"In recent months, the U.S. command in Afghanistan has begun publicizing every single enemy fighter killed in combat, the most detailed body counts the military has released since the practice fell into disrepute during the Vietnam War," reports the Wall Street Journal. The change comes in response to concerns "that at home, the common perception is this war is being lost," explained a military spokeswoman. Enemy body counts are only released for U.S. troops separate from the NATO-led forces, as European nations feel that publicizing deaths "would prove politically unpalatable at home and counterproductive in Afghanistan." In addition to making "it harder for insurgents to credibly claim victory," the U.S. military says releasing body counts will also help "debunk ... enemy propaganda" over civilian casualties. Afghan officials, local human rights organizations and U.S. military personnel often disagree over how many civilians have been killed by military operations, leading to "public-relations chaos."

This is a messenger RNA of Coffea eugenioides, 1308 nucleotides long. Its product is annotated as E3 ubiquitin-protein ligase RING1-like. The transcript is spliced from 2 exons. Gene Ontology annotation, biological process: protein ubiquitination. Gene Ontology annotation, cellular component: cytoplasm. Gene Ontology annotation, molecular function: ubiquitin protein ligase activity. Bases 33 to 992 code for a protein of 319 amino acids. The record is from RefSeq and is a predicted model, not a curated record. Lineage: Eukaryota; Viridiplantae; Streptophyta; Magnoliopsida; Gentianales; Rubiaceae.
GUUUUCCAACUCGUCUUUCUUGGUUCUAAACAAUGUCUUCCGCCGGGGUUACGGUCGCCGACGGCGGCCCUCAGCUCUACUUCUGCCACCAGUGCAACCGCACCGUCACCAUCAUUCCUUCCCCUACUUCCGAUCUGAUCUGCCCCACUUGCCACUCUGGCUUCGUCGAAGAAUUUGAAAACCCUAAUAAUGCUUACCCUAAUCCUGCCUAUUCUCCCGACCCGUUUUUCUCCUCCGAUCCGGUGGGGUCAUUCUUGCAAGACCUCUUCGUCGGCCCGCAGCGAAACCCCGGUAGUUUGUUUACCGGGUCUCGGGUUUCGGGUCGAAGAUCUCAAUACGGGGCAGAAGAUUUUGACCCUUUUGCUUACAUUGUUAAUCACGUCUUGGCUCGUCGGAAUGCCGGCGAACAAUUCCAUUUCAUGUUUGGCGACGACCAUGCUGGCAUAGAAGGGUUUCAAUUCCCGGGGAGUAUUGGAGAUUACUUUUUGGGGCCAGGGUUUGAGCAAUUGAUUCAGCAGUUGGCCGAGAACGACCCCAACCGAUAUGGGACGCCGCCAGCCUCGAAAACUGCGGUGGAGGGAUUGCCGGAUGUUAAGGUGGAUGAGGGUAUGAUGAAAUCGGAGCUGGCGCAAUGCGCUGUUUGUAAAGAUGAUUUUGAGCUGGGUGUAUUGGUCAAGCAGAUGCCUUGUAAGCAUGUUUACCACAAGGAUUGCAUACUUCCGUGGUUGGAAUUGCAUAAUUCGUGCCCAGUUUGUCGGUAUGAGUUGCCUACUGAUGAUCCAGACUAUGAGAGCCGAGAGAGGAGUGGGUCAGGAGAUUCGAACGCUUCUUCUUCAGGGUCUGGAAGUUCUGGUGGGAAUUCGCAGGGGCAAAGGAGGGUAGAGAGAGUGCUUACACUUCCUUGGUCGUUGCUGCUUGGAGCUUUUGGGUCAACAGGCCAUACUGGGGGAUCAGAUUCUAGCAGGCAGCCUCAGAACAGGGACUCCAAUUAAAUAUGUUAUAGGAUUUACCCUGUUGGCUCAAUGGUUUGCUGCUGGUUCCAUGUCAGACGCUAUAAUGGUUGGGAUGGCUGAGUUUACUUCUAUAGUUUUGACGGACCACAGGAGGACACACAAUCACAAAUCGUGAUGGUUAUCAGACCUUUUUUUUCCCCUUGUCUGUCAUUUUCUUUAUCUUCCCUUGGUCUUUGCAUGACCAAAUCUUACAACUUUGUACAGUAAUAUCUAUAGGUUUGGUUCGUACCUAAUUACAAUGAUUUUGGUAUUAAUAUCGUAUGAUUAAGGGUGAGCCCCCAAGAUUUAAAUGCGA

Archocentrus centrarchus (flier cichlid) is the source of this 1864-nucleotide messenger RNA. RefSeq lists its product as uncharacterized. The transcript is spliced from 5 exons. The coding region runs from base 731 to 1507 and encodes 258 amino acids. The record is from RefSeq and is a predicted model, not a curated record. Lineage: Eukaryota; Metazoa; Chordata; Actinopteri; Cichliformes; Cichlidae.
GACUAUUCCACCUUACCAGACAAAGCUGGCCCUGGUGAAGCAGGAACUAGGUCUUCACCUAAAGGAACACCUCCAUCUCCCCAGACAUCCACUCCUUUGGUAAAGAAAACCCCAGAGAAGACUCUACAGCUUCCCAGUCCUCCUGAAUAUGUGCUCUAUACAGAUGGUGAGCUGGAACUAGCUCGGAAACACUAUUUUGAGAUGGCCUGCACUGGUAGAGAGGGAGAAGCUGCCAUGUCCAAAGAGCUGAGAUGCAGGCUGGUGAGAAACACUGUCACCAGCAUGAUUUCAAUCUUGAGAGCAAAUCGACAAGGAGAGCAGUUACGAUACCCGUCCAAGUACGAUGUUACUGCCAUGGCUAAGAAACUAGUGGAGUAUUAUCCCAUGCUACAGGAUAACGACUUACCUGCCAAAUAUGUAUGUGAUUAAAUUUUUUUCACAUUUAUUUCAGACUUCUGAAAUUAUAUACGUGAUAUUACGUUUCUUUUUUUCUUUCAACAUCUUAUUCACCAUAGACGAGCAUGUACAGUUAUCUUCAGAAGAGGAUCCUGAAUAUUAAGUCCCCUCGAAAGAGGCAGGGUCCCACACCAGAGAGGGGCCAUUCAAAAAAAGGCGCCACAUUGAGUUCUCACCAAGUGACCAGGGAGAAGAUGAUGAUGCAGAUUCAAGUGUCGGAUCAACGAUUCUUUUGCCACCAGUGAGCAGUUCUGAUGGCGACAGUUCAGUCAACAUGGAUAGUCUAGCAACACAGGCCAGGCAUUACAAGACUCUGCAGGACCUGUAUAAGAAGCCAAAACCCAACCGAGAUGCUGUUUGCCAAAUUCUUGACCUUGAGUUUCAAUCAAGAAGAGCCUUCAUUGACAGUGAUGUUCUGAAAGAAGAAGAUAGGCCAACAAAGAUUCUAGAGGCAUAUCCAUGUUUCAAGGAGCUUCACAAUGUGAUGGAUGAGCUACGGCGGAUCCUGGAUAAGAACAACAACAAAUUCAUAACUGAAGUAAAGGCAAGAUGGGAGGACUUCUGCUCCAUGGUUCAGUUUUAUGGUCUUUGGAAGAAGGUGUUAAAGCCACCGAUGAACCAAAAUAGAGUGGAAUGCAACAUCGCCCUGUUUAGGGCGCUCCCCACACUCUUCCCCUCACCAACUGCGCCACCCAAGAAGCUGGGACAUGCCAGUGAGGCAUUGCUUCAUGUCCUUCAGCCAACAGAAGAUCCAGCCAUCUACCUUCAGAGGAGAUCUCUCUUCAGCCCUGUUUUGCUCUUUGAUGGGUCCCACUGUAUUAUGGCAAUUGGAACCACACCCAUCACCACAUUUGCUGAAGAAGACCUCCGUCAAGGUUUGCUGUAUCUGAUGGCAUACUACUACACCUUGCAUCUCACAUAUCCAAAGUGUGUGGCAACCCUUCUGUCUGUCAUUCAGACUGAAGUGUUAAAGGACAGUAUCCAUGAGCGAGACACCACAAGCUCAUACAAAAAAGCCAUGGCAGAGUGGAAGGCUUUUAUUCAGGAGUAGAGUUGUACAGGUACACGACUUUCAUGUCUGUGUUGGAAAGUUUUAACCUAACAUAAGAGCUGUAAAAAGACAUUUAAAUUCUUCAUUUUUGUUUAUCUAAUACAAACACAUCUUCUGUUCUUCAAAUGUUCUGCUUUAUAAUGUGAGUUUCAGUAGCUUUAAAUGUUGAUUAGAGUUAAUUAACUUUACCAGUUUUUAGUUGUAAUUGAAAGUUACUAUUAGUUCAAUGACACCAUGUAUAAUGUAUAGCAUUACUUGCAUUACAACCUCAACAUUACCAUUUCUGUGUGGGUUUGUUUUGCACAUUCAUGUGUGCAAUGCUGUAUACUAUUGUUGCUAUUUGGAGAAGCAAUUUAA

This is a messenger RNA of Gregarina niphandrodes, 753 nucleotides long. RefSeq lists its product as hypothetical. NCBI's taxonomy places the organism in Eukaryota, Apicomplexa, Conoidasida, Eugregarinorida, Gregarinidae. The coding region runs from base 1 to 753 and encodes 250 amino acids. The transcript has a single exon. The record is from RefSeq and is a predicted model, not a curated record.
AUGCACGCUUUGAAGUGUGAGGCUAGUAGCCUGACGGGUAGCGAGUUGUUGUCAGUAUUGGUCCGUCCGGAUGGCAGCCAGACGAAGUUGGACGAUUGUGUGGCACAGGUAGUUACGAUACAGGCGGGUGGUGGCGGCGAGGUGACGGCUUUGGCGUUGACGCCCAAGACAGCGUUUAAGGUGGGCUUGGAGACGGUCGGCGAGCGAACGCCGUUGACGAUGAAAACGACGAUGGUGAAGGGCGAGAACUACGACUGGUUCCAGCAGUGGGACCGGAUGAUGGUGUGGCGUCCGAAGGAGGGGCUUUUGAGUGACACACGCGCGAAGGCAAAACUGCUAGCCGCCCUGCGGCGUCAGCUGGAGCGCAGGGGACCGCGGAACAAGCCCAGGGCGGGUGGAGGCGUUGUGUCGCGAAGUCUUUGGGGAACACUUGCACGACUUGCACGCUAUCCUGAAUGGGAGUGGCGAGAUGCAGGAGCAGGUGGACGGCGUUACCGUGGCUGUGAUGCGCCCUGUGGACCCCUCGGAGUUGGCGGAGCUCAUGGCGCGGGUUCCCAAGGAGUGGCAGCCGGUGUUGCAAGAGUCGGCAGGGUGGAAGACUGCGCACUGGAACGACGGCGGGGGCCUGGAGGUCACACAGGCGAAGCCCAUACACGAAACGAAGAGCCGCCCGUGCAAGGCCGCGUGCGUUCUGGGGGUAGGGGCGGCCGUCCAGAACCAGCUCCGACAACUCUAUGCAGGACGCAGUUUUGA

- About Us
- Press Room